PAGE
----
I don't just cook.
Last night, I commented on a blog about that speech Cherie Blair made. The one in which she “criticises career yummy-mummies” . I was mad as hell. I had to stop work because my son was diagnosed with leukaemia when he was 2 ½ . Does she consider me a bad example? Perhaps I should have spent the 3.5 years of his chemo and regular (scheduled and unscheduled) hospital admissions carrying on furthering my career to set him (and his sister, who was born 3 months into his treatment) a good example. May be I should have employed a nanny to do all the shit stuff with him, comfort him when he was sick and frightened? If she (Cherie) read this she’d say (may be) oh, well of course that’s exceptional – but I would argue that my reason for stopping work is no more valid than any of the many reasons any other woman gives (although why a reason is necessary) for working or staying at home (although granted, it’s slightly extreme).
I have been quietly stewing about this over night. Not working, or stepping back in a career while children are around, is a big decision. Some people take to it like a duck to water, for others it’s harder. That doesn’t mean that those who found the decision to stop work easy or straightforward were secretly plotting it all along. Pregnancy does funny things to you. It didn’t come easily to me, and although it was absolutely the right thing to do, I raged about it silently (and sometimes not so silently). It took me a long time to get life back on track – albeit that it is now a completely different track. Who is she, Cherie, to judge me for the choices I made – for the choices any woman makes – when it comes to how they bring up their children and manage their lives.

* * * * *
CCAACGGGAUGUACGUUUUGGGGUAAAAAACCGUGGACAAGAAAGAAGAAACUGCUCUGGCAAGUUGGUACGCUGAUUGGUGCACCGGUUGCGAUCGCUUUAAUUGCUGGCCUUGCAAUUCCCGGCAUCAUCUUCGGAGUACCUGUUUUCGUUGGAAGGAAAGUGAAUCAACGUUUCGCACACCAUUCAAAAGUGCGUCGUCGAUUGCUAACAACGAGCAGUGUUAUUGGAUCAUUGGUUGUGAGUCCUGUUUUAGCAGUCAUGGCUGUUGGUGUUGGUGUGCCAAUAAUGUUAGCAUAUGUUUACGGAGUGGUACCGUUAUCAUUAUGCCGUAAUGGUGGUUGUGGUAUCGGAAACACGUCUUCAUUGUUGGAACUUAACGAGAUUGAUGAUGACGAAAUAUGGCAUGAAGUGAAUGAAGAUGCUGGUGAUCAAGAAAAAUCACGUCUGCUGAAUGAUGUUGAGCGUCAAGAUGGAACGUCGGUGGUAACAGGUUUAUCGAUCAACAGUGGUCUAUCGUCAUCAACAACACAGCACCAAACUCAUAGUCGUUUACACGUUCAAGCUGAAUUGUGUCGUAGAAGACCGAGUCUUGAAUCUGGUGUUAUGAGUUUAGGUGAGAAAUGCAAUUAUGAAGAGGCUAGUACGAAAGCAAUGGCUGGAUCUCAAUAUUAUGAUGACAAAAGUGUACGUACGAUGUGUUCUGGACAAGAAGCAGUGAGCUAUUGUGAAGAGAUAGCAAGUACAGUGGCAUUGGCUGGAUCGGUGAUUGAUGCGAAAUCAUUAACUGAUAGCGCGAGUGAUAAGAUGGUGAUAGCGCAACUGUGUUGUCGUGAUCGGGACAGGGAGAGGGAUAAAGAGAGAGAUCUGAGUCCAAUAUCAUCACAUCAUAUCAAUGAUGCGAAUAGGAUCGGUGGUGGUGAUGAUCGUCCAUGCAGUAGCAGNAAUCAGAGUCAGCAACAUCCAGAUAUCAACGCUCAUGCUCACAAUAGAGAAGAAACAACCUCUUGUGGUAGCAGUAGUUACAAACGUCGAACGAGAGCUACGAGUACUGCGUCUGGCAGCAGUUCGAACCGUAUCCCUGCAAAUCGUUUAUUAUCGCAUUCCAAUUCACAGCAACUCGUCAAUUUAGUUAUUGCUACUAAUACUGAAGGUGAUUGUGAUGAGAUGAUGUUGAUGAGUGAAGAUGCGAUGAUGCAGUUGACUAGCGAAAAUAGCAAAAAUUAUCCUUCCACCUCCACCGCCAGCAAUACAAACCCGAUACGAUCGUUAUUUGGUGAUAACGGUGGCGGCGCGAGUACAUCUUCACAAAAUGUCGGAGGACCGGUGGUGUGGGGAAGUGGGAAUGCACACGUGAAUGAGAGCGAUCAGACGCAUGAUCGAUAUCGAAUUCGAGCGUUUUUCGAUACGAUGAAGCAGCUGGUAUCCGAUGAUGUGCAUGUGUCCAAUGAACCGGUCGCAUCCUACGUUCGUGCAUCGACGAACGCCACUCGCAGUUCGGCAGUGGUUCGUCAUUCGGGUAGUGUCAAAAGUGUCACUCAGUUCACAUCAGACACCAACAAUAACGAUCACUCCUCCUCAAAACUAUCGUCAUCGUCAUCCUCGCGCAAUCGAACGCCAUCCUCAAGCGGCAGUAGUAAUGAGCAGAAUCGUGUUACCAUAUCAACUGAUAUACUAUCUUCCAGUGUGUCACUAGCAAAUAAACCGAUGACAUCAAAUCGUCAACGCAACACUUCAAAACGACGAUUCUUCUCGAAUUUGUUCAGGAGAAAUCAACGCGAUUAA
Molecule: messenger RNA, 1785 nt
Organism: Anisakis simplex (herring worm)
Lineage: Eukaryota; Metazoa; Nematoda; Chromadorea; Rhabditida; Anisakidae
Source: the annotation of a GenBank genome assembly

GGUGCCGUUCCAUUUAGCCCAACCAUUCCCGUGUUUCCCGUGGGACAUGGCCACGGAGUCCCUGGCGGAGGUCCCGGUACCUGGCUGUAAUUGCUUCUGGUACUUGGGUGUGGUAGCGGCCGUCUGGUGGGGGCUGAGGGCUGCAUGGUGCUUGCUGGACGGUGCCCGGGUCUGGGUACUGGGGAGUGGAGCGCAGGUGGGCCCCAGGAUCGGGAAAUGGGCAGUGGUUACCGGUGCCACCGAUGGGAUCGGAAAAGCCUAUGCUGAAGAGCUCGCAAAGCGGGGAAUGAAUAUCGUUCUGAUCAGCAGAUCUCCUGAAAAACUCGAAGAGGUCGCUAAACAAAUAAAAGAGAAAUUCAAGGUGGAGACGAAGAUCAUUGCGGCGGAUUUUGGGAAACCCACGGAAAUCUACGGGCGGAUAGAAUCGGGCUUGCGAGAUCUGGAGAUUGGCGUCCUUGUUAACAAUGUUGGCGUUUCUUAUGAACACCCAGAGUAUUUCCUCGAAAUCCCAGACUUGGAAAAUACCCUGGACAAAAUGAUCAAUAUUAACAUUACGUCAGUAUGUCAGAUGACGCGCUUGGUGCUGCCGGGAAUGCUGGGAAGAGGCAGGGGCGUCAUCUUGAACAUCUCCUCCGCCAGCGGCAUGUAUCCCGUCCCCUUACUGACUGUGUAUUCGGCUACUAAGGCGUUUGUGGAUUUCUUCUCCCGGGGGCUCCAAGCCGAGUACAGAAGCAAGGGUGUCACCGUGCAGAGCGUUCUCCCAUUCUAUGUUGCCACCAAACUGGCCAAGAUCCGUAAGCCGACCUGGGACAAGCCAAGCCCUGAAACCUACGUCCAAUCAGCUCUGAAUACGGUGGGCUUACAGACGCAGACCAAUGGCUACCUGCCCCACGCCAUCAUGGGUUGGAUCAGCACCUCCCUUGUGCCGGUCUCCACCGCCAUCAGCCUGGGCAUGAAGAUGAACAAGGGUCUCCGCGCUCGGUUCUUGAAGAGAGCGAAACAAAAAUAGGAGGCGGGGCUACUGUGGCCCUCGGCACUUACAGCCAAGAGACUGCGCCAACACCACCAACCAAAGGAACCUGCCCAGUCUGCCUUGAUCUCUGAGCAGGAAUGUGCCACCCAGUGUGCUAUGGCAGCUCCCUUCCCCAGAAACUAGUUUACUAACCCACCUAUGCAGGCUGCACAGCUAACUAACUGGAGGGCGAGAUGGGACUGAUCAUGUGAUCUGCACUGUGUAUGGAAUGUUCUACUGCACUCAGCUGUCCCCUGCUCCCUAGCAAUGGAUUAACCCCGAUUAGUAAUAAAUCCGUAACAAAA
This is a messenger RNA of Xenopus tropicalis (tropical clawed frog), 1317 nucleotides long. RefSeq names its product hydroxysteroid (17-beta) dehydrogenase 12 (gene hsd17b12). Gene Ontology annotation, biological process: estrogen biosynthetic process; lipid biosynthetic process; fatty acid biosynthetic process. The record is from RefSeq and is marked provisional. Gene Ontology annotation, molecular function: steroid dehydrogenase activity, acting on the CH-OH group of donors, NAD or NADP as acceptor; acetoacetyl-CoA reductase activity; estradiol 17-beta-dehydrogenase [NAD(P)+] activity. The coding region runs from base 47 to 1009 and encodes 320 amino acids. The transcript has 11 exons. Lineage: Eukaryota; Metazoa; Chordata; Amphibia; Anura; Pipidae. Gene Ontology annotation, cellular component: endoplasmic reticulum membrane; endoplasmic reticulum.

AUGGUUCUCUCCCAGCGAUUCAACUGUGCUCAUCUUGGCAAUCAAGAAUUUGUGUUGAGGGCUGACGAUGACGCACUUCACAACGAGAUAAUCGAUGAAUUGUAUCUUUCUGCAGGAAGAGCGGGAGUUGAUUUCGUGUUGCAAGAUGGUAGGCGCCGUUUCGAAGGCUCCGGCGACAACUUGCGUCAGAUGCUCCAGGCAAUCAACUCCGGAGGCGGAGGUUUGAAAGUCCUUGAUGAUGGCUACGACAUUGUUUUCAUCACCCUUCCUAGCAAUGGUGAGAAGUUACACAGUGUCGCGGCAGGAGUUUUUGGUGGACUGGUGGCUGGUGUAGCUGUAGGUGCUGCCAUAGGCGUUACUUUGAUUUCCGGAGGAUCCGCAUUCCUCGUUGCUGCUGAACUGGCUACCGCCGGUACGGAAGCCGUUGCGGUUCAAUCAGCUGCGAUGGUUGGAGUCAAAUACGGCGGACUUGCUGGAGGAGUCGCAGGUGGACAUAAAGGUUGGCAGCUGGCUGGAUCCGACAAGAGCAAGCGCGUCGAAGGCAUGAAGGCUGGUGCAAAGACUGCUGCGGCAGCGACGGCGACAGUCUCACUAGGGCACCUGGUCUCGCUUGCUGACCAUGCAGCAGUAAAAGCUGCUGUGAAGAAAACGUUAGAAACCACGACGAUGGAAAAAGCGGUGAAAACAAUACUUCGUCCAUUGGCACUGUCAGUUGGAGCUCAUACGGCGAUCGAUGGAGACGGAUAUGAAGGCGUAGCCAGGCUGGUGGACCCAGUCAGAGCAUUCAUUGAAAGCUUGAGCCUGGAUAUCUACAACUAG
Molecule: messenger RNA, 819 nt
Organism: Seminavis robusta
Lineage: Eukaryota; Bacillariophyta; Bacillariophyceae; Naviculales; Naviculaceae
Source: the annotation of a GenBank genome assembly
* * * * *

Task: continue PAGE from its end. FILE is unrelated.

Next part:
But I calmed down a little and re-read some of the articles again, and the point I wanted to come back to was this. One of the things that she highlighted was a culture where young women – those who perhaps are highly educated and have every advantage, but not necessarily limited to them – are choosing to actively seek out marriage to the right sort of man (one who earns heaps of cash) with the sole aim of not having to work, and simply to bring up children (or, in fact, to be able to hire the right nanny to bring up the children while they ‘retire’) rather than even thinking about a ‘career’.
hope she wasn’t I don’t think she was necessarily talking about women who
began their adult life pursuing a career, or working, because they were
interested, passionate, single-mindedly focussed, wanted to change the world
(or just a little part of it), but then for whatever reason – be it financial,
lifestyle or other - chose to step back.
Now, I have a friend who works in the sort of educational establishment where such breed of the former young women exist. Those wannabe ‘yummy mummies’. We’re not actually talking about a huge section of society, but those who are offered every educational advantage and are driven to achieving excellent exam results. They need these results to get to the right sort of university. Why? So that they will meet the right man –a rich man. And this is OK with their parents. It is kind of expected. After all, doesn’t a career make one frightfully dull? A little job’s OK for a while, something nice in publishing or the art world, but a career?? My friend has been advised of this by her pupils.